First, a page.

Written by Matt Wixon
Wixon: For players not offered scholarships, playing in last football game is a tough pill to swallow
In 2004, Reginald Samples had to comfort his Lincoln team after it lost in overtime in a Class 4A state title game. Last year, the coach consoled his Skyline players after their loss to Southlake Carroll in the 5A semifinals.
Those were difficult moments, but not as tough as telling a player that he’s not going to play in college.
“That’s one of the biggest negatives of my job,” Samples said. “Especially when it’s a really good kid, a great character kid who’s been great for your program.”
This last week of the regular season will be the end of the line for a lot of good players. They’d love to keep playing, but college scholarships are scarce.
According to the National Federation of High School Associations, there were more than one million high school football players last season. During that same season, there were fewer than 20,000 football players on scholarship in Division I and Division II.
Crunch the numbers and you’ll find that fewer than one of every 50 high school football players is going to get a Division I or Division II scholarship. Every player and parent needs to know that.
Former Garland and Allen coach Joe Martin, who is now assistant executive director of the Texas High School Coaches Association, remembers talking with parents about it.
“Sometimes it’s hard to convince them that Little Johnny is a great kid and a great high school football player, but that his career is going to end when our season does,” Martin said.
It can be difficult for parents to accept. Their perspective is biased, but they can also be misled by recruiting services that begin holding camps and showcases for kids before they’re even in high school.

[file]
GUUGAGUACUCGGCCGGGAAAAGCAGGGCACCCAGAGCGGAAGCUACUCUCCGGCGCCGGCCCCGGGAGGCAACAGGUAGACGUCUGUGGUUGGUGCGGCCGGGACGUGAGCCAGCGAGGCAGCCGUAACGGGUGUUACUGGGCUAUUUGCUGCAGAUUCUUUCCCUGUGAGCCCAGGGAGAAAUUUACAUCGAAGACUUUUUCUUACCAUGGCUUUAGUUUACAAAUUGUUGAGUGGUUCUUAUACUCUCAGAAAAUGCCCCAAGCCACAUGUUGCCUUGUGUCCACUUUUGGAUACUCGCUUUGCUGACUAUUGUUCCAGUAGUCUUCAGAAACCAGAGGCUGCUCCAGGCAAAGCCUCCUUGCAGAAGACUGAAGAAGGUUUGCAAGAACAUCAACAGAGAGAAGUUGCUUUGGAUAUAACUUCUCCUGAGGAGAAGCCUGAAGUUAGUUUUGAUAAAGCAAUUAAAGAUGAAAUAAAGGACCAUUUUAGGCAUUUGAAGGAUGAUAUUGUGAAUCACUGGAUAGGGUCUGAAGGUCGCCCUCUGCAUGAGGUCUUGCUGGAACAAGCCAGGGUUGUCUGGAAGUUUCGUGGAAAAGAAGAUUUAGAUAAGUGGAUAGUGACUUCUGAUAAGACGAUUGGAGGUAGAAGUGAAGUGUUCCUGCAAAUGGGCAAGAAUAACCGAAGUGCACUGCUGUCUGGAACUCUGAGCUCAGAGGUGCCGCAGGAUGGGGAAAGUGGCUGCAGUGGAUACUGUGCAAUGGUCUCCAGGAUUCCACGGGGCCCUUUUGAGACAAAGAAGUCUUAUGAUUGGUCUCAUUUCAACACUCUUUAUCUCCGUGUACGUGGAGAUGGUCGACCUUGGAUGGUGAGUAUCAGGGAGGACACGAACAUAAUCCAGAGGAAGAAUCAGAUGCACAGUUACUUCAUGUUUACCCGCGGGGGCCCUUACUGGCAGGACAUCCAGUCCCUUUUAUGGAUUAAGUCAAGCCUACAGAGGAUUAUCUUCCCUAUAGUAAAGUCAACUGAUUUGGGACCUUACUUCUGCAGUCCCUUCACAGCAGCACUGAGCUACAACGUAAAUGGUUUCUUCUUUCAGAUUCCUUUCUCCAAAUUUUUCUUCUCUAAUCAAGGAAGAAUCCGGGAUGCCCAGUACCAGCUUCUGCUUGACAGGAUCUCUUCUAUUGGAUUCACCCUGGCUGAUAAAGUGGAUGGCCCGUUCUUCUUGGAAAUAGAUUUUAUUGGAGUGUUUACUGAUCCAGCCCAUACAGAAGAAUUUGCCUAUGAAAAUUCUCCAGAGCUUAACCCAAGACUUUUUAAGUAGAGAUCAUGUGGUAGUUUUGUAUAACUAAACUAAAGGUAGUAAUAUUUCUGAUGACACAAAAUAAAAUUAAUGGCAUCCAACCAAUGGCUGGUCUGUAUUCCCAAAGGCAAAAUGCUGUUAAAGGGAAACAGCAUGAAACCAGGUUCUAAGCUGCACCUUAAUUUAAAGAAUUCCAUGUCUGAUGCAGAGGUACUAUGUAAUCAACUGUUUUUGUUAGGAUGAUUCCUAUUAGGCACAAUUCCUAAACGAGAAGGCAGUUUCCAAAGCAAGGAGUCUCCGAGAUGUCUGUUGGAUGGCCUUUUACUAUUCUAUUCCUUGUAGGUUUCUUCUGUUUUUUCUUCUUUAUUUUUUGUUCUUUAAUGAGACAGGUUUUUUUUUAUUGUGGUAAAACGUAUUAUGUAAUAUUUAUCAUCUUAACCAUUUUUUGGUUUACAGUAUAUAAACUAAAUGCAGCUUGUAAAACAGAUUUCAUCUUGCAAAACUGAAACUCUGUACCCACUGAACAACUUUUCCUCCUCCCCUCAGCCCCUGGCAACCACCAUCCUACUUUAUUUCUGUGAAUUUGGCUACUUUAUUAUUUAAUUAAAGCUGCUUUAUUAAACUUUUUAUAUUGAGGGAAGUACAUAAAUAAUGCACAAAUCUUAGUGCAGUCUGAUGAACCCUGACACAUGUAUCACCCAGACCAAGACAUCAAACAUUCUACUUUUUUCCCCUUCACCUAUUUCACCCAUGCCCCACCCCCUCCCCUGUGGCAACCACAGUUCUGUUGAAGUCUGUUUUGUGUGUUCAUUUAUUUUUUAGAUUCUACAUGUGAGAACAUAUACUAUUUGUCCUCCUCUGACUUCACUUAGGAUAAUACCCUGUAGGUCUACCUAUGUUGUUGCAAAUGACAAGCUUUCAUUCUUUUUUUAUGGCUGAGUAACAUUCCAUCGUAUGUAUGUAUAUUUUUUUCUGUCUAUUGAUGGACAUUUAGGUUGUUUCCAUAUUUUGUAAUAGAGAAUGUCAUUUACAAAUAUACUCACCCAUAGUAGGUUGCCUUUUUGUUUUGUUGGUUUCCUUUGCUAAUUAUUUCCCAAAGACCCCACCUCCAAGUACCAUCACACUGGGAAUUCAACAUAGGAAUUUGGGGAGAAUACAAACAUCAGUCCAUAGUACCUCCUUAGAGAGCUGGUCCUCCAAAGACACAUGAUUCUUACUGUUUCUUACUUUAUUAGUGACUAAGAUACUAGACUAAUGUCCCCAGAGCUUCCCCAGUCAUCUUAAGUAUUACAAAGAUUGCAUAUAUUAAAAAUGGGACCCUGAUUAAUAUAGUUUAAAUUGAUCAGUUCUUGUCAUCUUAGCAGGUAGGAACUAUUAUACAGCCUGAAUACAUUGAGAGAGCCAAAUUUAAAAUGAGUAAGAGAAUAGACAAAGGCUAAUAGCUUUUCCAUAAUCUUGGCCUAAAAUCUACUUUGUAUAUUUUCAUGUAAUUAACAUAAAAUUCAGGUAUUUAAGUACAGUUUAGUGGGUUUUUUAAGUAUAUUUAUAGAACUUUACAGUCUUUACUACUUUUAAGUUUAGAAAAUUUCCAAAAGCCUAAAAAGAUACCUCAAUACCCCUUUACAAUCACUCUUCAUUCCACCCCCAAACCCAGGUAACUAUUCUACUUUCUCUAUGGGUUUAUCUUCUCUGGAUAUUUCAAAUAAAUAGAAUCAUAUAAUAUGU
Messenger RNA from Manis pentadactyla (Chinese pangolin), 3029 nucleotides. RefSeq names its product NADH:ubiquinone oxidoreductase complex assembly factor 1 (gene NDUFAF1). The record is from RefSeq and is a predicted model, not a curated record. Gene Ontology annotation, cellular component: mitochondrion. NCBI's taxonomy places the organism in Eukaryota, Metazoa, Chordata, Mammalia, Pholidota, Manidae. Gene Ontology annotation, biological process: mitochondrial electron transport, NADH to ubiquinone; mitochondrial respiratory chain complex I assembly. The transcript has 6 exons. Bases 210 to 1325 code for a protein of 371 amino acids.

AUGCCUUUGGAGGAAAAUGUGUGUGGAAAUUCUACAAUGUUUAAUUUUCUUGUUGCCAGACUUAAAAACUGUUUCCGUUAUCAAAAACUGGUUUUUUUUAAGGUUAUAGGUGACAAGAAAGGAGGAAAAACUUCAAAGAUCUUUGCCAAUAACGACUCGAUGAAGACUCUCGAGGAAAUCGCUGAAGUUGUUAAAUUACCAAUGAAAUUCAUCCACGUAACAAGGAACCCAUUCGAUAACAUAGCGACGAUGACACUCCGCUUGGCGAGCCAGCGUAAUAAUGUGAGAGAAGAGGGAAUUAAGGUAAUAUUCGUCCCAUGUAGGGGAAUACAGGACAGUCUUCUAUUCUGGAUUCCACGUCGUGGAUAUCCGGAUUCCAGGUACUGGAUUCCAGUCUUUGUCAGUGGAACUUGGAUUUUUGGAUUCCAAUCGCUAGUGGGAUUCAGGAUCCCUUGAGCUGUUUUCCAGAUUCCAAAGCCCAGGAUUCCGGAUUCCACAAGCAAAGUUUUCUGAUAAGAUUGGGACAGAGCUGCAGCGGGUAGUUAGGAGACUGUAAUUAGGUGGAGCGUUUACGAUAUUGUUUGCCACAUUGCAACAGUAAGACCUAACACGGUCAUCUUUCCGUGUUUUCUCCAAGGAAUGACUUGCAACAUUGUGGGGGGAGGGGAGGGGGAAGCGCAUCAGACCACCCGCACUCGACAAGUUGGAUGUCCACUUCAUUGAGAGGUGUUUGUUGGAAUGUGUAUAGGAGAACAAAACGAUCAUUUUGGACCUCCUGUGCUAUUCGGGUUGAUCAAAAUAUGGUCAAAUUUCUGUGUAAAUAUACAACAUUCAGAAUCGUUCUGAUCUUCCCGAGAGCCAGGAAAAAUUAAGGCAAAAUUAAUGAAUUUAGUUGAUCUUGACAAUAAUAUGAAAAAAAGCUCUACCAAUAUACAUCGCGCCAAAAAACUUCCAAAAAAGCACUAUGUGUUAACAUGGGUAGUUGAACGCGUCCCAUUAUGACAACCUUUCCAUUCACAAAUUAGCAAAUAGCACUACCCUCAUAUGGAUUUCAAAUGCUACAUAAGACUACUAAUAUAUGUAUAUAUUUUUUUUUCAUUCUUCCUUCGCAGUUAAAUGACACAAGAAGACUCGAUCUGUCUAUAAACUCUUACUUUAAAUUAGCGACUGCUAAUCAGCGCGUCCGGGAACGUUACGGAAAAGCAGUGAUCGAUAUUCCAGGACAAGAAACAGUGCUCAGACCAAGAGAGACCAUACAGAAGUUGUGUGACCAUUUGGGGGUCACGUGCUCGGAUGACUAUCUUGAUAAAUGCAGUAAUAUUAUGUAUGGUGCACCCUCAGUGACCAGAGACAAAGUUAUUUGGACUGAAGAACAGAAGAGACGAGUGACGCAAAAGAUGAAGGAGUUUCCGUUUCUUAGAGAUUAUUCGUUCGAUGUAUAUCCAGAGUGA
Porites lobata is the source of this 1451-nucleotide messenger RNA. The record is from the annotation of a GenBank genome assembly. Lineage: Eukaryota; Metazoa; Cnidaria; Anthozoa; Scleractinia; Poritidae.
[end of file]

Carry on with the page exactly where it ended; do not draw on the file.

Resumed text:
The recruiting services claim they can give the players recruiting exposure, and in some cases, that’s true. But it’s also in the best interests of those recruiting services to tell parents what they want to hear: that their kids are going to be big-time prospects.
“It creates an unrealistic view,” said Cedar Hill coach Joey McGuire, whose program produces some of the area’s top recruits each year. “It’s tough to get parents to understand. It puts a lot of pressure on us.”
When a player isn’t recruited by the big programs or isn’t offered a scholarship, the coach sometimes gets the blame. But now that video of players is so easy to access, high school coaches have a smaller role.
“I think a lot of parents think we have a lot more power in the process than we do,” said Samples, who had more than a dozen players get scholarships last season.
“It might’ve been that they used to take our word for it on a kid, but now they have access to our film and can watch all our games.”
Recruiters are going to be wrong sometimes, but in most cases, there’s nobody to blame when a player doesn’t get a college scholarship. It’s simply a numbers game that few can win. The available scholarships are buried in a heaping pile of high school athletes eager to keep playing.
That’s why, for many players, this week is it. One final chance to play the game they love.
Follow Matt Wixon on Twitter @mattwixon